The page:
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Moonhag and the Monster Monkey

moonhag and the monster monkeyMoonhag and the Monster Monkey – A short and funny story of how a young vervet monkey, Kubuka, met and became friends with a young spotted hyena, Bazi. Children of about 5 and up will enjoy this simple tale, and might even learn a few facts about African wildlife – such as how many different creatures make their homes in ant hills, and who is Moonhag? Read on and find out!

By: Janet Keegans

 

Text from Moonhag and the Monster Monkey

Once upon a time in the bush, there lived a beautiful hyena female called Mpisa, who had just given birth to her first litter of cubs. Her clan had carefully chosen a good den. It was a large burrow underneath a tall ant hill. Every day the clan would bring food for the new mother, so that she could look after her little ones while they were very small.

After a few months, the clan leader, whose name was Lady Crocuta, wanted Mpisa to come out on the daily hunt again. The cubs were toddling about now, and could safely be left with auntie Moonhag. Moonhag was getting old; her night-sight was not as good as it once was, and she could no longer keep up with the rest of the clan when they were hunting or foraging. Often they would stay out all night, only coming back the next day. So Lady Crocuta decided that old Moonhag should stay at home in the den and look after the young ones.

There were three cubs in the litter, and their names were Balani, Bamani and Bazi. Balani and Bamani were girl cubs, and Bazi was the only boy. Auntie Moonhag soon found out that Bazi was a bit of a pawful. He was large for his age, strong and quite adventurous. Every day, auntie Moonhag would wait for mid-morning time, which is when things start to quieten down in the bush. Then she would lead the three cubs out of the den. She let them romp around in the sunshine and explore the area all around the ant hill, but they were never allowed to wander off, out of sight.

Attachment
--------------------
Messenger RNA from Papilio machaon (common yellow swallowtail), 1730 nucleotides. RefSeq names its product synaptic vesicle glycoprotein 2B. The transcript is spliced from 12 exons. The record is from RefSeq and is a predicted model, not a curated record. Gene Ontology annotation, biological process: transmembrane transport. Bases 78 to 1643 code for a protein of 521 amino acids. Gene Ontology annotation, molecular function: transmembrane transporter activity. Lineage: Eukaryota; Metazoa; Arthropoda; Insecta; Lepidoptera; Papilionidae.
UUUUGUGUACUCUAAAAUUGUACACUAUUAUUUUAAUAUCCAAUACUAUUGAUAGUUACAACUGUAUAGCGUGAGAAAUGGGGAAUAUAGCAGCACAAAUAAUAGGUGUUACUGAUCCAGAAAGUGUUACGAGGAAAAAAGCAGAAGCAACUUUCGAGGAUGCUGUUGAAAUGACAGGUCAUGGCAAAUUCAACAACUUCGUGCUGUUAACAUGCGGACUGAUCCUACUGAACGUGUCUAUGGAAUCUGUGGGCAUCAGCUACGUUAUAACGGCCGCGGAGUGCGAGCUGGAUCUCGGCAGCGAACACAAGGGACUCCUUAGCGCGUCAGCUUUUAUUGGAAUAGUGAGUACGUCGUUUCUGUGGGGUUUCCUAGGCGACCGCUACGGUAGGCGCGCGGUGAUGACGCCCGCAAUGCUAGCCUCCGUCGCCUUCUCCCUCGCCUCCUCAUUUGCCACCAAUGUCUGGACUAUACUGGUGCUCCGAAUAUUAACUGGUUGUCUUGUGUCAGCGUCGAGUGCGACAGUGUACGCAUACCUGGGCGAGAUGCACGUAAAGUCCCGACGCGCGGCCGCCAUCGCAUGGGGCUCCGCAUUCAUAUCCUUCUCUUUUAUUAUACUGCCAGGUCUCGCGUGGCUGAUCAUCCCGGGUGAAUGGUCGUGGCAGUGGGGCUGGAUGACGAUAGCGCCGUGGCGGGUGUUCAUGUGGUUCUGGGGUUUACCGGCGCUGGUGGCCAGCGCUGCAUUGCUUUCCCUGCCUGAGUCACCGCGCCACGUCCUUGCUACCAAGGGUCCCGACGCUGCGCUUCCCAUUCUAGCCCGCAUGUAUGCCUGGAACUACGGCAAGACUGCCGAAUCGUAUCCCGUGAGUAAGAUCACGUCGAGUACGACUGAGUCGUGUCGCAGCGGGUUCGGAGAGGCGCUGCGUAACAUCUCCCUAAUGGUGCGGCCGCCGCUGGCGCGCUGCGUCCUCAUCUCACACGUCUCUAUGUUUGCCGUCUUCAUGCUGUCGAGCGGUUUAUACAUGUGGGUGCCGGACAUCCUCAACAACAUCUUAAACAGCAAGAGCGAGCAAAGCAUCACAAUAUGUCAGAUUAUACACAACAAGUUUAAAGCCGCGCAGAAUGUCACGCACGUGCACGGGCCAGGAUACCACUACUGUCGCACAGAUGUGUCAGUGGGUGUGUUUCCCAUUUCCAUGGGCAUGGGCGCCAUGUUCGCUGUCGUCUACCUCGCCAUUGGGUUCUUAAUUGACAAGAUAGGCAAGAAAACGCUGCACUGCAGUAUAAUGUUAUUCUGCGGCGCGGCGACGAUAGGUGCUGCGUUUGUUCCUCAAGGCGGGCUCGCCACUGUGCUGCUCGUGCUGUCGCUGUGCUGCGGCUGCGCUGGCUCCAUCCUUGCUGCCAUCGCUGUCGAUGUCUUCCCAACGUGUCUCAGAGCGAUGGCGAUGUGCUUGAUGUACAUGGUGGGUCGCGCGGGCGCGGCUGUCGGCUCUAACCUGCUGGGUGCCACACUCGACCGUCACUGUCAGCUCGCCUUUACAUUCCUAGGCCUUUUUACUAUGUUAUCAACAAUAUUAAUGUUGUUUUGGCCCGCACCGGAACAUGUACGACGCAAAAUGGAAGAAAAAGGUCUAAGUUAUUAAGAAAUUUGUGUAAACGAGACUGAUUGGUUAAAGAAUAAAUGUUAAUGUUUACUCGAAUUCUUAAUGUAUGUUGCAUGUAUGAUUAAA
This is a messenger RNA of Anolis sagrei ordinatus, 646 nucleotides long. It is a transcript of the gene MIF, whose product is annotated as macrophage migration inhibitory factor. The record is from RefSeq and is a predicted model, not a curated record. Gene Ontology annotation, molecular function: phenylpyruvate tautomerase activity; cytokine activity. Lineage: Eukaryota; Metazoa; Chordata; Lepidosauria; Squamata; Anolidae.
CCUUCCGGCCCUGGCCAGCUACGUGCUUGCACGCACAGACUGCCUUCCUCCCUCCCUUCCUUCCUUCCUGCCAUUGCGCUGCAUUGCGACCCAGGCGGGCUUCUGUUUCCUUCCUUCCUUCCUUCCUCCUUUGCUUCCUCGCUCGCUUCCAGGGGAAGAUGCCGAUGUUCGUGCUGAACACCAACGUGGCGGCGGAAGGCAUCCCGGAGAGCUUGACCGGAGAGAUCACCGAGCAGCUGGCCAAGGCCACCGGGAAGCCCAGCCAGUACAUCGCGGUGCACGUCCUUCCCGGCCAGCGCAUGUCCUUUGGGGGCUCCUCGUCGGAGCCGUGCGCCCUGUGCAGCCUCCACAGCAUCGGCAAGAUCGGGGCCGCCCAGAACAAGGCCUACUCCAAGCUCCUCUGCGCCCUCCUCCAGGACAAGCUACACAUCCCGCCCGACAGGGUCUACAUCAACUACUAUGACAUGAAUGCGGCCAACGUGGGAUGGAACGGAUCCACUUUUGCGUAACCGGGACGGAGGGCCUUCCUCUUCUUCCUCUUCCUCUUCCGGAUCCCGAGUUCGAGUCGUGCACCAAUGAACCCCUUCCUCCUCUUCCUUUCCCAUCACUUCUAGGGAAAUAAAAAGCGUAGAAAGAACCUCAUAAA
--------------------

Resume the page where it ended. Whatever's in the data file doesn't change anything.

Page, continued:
“The lions will get you,” she would say. The cubs would play with old bones, pretending to hunt and pounce on them. But a hyena’s favourite game, of course, is Tug o’ War. Balani and Bamani would each grip one end of a bone and pull and pull, giggling in their little high-pitched voices. They didn’t like to play Tug with Bazi, because he was stronger than they were and he always won. So Bazi often had no-one to play with and he had to amuse himself. He could try to catch grasshoppers, or see if he could sneak up on auntie Moonhag without her hearing him. She was a bit deaf, so this was almost too easy.

Bazi had great eyesight and hearing but best of all was his nose, which he used to discover things. The cemented earth walls of the ant hill, the grass, the heaps of dry leaves, and the bark of nearby trees all had a different smell. After a while he could close his eyes, pretend it was night-time, and find his way around using only his nose.

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Comments 1

  • via the authors site writes:
    I read “Moonhag and the Monster Monkey” with a smile on my face! Janet really has a way with words that children love.

    Aref writes:
    Thanks for your story.I love it.

     
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